by November 1, 2004 0 comments



The .NET Framework security sub system exposes different ways and means for managed code to implement security as part of the application design. It not only allows you to have control of the access to the various parts of your application, based upon who you are, but also allows you to control who can access your code and how. The former is called Role-based Security, while the latter is called CAS (Code Access Security). In this article, we’ll look at what Role-based Security is ? How does .NET Framework support it? And how can you use it in an application? We’ll talk about CAS in our subsequent article.

Understanding role-based security
The principle on which Role-based Security works upon is something that you would be aware of. If you log on to your Windows NT 4/2000/XP/Server 2003 based machine, then you would know that your user account is actually a member of one of the user groups on the machine or on the domain. Examples of such groups include the Administrators, Power Users, Users, Domain Users, Domain Administrators and Backup Operators.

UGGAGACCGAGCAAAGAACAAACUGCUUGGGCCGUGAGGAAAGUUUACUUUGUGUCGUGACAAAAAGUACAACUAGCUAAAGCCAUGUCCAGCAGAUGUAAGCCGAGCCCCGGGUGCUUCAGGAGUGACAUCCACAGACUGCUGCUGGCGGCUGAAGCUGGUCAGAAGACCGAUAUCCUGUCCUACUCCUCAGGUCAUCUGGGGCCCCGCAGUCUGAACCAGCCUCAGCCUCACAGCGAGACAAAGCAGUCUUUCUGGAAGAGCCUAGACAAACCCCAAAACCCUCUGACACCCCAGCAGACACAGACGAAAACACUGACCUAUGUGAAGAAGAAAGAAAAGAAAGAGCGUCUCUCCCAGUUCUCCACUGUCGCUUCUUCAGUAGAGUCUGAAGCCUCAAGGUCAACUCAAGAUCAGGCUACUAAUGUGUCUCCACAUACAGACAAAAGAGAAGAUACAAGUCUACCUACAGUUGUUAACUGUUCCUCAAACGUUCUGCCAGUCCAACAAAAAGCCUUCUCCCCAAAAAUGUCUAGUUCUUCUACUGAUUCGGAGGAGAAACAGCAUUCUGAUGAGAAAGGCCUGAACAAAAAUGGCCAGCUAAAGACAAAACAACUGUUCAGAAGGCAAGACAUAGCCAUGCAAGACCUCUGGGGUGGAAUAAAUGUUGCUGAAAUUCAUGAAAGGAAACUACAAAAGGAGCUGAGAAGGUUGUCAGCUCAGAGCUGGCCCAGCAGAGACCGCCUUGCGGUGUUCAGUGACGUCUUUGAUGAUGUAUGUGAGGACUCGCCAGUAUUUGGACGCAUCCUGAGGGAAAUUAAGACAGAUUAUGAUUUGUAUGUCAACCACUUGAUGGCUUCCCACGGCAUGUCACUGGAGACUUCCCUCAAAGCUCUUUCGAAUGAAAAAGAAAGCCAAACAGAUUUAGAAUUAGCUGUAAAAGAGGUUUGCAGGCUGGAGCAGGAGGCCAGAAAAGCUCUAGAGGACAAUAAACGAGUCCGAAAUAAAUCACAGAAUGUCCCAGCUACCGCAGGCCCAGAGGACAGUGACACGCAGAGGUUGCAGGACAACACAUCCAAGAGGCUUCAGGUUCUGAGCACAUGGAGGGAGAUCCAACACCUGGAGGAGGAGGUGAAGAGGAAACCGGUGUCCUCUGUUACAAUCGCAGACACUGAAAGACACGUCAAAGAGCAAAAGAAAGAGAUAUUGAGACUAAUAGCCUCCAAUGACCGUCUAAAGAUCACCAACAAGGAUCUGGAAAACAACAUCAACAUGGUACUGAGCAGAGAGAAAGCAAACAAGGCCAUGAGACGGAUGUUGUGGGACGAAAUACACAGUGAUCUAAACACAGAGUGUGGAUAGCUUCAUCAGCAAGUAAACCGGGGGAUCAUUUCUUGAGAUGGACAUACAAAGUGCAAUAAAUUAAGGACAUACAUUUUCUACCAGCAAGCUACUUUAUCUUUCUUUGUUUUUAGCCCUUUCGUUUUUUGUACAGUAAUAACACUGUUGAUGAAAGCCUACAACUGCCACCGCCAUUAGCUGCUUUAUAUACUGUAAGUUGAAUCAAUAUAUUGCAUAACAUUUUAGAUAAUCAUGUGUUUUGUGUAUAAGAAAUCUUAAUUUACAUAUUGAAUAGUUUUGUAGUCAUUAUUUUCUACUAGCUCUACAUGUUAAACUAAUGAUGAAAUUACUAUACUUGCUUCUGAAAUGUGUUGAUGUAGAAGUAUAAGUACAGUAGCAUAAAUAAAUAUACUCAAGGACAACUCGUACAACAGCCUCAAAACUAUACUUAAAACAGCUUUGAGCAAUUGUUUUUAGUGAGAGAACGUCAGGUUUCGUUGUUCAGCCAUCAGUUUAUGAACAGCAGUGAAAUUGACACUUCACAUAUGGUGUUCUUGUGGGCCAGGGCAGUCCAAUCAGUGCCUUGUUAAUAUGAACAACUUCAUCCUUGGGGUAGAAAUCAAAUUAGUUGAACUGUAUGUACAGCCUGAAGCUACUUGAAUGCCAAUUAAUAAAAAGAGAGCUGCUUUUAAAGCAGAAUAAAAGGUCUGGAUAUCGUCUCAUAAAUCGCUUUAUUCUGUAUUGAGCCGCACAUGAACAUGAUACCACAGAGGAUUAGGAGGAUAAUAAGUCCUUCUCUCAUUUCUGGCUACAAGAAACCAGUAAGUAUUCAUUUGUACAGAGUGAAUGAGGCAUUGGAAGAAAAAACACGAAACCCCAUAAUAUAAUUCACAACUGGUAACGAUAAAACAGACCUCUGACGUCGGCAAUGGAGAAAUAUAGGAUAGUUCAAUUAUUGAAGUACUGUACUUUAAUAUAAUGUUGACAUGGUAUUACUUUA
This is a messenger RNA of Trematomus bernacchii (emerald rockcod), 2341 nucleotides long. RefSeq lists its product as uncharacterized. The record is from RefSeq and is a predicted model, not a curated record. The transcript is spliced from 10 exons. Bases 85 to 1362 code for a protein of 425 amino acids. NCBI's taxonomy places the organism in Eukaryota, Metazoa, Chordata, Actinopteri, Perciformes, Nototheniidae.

Depending upon the group that your user account belongs to, you are capable of doing different tasks such as: a member of the Administrators user group can create or delete users, while a membership of the Users group will not allow you to do that.

Direct Hit!
Applies to: .NET developers
USP:
Building secure .NET applications
Links:
http://lab.msdn.microsoft.com/library/en-us/cpguide/html/cpconRoleBasedsecurity.asp
On Essential CD: systems\labs

The screenshot above lists some of the built-in user groups that are there on a Windows XP machine. 

The same fundamental that governs Role-based Security is also present in component-based programming, from the days of MTS (Microsoft Transaction Server) to today’s COM+. The developers can define roles for code execution and then invoke the IsCallerInRole method against the component implementing IObjectContext interface, to programmatically control
whether the security context of the caller is allowed to access a part of component’s functionality or not.

Thus, Role-based Security, in a single line, can be defined as the capability of doing a particular task depending upon what your security context is-it’s a functional resource access control. 

How .NET Framework supports role-based security
In the .NET Framework, Role-based Security is based upon the fundamental of Identity and Principal, which is based on the System.Security.Principal namespace. 

Identity defines who you are-and typically, your login credentials (the username and password). When the group to which you belong is conjoined with Identity, it constitutes the Principal. So, Principal = Identity + User’s Group of membership
Role-based Security revolves around creating permission objects around the user’s Principal object and then requiring that permission object to be validated, that is, ensuring that the caller is what the permission object expects it to be.

The built-in user groups on Win XP machine